When I survey the big higher ed landscape, I see the following linked processes [update: see comments for clarification] – 

1) Cuts in funding for public universities
2) Cuts in numbers of tenure track lines
3) Rise in numbers of students at the same time
4) Explosive growth of adjuncts
5) Explosive growth of staff and admin

What this ends up meaning is that the money saved by cutting full-time lines ends up going to admin and other non-instructional costs rather than to education OR to improve bottom lines. Adjunctification, admin expansion, and the cutting back on FT teachers has been a somewhat zero-sum game shifting costs around rather than saving money (to some extent).

Academe Blog has this useful take after running the numbers [my emphasis]:

It is as if higher education has borrowed very selectively and poorly from the corporate model. Although we now have much the same ever-widening gap in compensation between upper management and the bulk of the employees, we also have the sort of burgeoning middle management that was more typical of American corporations in the third quarter of the 20th century and increasing eliminated from our corporations in the last quarter of the 20th century. If our colleges and universities were truly operating as efficiently as the best corporations, the increase in administrative staff would be among the lowest numbers on this chart and not the highest number.

That rings true to me. It’s not just that the universities have corporatized, but that we’ve DONE IT BADLY.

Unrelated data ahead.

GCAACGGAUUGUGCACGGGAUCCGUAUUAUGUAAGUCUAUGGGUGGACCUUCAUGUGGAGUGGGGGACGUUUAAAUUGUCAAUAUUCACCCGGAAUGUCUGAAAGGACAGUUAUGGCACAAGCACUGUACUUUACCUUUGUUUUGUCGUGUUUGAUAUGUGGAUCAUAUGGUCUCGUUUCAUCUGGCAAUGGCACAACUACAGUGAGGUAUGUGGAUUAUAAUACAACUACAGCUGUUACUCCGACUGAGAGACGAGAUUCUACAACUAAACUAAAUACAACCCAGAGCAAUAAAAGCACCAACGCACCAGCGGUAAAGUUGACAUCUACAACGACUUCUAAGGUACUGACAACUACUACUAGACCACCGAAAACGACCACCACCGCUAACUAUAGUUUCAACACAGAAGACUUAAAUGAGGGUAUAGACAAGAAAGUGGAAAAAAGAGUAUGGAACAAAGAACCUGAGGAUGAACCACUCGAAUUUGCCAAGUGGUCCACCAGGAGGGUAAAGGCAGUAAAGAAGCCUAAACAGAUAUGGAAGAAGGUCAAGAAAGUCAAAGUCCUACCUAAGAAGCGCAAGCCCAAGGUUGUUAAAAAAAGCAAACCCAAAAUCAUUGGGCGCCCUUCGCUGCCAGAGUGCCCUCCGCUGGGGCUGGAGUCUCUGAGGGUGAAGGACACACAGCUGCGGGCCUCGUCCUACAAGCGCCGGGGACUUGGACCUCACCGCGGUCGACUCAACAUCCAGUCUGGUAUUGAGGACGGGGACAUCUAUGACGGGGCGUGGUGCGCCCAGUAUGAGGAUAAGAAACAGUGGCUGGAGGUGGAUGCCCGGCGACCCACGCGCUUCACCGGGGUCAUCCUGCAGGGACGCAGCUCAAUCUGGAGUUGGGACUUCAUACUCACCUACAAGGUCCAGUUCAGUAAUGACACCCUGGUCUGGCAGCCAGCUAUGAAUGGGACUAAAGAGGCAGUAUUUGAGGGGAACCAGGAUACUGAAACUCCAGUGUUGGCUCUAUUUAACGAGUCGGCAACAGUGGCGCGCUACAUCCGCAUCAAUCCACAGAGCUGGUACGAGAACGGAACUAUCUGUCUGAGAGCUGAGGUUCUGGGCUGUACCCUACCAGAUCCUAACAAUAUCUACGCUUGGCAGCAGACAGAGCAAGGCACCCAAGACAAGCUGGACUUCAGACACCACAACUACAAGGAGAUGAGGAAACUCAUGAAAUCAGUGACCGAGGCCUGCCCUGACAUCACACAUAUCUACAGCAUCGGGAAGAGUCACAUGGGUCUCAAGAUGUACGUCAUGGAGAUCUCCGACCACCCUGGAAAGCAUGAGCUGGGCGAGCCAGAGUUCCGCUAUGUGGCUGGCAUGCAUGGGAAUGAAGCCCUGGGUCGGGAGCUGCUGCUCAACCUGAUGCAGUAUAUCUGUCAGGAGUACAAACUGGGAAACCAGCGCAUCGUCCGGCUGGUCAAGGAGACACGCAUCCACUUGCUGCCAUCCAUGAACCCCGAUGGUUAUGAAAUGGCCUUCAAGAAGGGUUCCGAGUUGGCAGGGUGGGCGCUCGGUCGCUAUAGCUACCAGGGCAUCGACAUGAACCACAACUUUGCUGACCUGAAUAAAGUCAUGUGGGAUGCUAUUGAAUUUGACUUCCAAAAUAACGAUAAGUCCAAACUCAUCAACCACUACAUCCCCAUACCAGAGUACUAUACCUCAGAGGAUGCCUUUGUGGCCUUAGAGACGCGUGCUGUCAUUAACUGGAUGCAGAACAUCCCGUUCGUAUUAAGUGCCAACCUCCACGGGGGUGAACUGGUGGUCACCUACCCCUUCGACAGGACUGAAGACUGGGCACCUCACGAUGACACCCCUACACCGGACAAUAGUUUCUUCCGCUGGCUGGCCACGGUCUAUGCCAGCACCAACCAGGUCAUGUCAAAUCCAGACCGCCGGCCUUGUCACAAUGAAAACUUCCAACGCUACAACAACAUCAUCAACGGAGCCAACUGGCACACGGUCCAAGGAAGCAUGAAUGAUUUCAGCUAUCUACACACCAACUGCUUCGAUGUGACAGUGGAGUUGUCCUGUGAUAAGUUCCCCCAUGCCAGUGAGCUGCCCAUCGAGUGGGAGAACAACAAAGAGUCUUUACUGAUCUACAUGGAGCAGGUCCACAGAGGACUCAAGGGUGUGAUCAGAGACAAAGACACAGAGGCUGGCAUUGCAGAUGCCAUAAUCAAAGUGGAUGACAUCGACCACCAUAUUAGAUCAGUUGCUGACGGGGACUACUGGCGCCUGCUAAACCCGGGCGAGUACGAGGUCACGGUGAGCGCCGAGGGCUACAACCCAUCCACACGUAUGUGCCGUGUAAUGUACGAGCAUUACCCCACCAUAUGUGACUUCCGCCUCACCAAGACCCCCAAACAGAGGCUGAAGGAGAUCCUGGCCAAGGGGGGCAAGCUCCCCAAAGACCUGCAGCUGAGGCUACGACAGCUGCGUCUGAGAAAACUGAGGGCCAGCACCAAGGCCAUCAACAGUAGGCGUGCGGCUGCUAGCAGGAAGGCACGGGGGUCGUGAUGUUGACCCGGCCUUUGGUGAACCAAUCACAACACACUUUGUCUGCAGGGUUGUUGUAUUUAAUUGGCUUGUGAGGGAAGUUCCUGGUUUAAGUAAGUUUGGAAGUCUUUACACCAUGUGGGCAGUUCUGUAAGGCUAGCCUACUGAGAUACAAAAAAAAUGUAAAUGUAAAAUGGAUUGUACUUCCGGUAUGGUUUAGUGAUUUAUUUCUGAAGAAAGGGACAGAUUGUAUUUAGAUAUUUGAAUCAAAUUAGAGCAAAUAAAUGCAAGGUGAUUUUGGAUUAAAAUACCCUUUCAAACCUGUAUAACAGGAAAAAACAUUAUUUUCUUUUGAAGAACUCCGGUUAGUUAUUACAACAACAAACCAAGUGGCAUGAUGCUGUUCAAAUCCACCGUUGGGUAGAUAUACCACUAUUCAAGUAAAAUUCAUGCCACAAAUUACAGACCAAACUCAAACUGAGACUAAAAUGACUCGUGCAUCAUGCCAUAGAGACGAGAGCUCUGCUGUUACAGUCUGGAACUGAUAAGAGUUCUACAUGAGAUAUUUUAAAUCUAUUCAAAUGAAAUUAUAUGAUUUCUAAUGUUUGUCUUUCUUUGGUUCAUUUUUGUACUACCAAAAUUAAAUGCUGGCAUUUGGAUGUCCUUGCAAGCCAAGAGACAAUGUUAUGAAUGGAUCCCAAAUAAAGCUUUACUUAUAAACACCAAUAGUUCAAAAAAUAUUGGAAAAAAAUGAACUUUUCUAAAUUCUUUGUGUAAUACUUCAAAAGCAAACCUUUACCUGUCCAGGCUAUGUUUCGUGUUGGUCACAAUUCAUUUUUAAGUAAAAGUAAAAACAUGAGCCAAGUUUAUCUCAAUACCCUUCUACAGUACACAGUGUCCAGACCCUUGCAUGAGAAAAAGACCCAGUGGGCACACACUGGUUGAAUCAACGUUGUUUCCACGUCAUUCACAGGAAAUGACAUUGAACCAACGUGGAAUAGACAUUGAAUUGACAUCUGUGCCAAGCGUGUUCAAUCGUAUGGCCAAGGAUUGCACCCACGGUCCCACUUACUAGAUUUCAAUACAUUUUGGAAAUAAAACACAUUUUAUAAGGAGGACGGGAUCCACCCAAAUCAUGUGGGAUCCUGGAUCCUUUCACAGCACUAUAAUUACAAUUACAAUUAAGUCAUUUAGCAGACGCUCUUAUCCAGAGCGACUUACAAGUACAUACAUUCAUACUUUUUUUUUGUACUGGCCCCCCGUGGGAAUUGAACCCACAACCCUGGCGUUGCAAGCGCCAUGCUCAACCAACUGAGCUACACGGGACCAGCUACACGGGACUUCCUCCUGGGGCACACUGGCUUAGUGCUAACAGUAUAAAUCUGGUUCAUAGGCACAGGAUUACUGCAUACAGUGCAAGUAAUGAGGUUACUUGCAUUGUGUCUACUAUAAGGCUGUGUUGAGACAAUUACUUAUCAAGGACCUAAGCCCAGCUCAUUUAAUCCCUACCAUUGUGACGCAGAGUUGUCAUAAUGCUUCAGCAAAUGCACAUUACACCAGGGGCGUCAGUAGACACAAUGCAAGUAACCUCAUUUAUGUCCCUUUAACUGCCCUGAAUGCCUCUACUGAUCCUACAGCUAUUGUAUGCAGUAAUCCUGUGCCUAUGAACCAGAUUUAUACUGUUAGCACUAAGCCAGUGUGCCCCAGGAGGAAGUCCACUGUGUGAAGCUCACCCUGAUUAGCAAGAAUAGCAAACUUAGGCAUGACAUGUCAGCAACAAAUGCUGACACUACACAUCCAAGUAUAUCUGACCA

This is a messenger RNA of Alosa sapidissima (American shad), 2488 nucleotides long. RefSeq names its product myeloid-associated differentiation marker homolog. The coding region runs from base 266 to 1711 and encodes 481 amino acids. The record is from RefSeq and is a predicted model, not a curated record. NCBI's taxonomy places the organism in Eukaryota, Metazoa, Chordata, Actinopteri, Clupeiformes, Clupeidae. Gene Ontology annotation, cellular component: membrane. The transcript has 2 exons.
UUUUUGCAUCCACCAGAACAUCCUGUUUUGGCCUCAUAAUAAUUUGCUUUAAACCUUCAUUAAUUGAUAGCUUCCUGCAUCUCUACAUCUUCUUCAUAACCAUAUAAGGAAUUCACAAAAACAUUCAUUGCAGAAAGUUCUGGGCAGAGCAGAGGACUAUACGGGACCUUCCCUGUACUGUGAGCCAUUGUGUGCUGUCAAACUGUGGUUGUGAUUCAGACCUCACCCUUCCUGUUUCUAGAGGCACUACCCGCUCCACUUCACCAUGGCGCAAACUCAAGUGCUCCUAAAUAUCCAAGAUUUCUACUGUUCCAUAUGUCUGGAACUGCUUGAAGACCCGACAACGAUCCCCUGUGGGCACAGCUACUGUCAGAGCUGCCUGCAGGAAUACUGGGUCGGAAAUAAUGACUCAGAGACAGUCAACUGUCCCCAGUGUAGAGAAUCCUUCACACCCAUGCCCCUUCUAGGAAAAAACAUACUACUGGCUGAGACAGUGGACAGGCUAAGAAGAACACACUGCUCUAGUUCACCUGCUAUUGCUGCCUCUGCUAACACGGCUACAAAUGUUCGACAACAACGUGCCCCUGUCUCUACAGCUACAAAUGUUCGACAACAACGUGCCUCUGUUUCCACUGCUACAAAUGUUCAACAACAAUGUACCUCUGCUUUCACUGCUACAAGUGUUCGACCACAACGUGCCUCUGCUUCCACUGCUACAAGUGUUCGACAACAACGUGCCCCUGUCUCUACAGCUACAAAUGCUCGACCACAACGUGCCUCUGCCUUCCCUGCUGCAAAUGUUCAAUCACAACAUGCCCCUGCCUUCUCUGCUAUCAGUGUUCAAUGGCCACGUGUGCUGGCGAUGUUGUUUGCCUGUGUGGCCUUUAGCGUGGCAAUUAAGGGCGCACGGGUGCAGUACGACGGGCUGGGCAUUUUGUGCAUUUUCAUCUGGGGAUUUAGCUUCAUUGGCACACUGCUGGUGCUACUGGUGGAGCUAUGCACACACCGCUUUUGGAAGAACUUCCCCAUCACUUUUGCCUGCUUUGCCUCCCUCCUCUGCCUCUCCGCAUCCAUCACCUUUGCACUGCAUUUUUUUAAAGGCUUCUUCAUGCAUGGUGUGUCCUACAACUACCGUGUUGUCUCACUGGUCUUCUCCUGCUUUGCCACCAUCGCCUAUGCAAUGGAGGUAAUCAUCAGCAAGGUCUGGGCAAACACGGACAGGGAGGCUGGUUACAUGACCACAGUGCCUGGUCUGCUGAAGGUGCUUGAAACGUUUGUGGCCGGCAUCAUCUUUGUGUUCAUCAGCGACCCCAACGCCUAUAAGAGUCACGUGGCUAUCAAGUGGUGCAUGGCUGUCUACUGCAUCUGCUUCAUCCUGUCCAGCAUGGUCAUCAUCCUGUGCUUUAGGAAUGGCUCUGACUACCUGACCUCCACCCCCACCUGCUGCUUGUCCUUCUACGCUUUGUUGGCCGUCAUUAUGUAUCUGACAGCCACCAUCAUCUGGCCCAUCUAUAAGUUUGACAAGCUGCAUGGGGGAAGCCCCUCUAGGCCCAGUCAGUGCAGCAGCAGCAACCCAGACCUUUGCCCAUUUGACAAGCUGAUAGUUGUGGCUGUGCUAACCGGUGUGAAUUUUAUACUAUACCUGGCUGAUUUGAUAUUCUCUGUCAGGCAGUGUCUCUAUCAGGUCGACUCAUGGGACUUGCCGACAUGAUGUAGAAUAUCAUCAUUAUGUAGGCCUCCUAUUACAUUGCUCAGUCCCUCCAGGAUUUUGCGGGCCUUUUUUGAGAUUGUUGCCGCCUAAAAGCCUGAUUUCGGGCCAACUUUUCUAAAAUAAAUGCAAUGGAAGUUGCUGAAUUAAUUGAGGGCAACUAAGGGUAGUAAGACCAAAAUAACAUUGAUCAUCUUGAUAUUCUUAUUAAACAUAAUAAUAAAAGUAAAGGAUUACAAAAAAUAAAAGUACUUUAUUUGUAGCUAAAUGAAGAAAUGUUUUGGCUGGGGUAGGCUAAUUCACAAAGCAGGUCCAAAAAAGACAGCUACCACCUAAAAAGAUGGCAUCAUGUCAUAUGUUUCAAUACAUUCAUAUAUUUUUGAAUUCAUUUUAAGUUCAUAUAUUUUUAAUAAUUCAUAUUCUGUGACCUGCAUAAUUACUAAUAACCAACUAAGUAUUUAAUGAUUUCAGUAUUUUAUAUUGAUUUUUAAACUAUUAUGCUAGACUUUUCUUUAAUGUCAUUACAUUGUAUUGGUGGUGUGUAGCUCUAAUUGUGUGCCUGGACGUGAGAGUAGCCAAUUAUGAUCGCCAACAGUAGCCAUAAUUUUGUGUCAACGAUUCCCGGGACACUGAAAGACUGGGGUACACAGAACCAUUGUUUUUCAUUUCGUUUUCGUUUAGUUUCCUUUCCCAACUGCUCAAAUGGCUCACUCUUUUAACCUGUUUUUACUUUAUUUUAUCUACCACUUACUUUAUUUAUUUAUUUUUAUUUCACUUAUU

A really smart criticism of my customer service article for the Chronicle emphasized that my discussion of customers relied on a model for customer service not reflecting best practices in the business world. I believe it! But I also know that my outmoded model reflects the model that most universities use when they say “students are customers.” It’s not just corportization, it’s bad corporitzation.

I don’t think admin bloat happens intentionally – no one says (I really hope): Let’s get rid of a bunch of tenure-track lines, hire a ton of Deanlets for high salaries, and then fill the classrooms with adjuncts. Rather, administrators get hired defensively – a need is located and the solution is to hire a single person and to give them a title to solve it. Those people are often understaffed, under-budgeted, and individually pretty well compensated as they try to wrestle with difficult tasks. They are hired, though, so their salaries now eat up a chunk of the budget once occupied by tenure-track lines, and the numbers have to balance. Enter the adjunct to save the day (or fill the lecture hall anyway).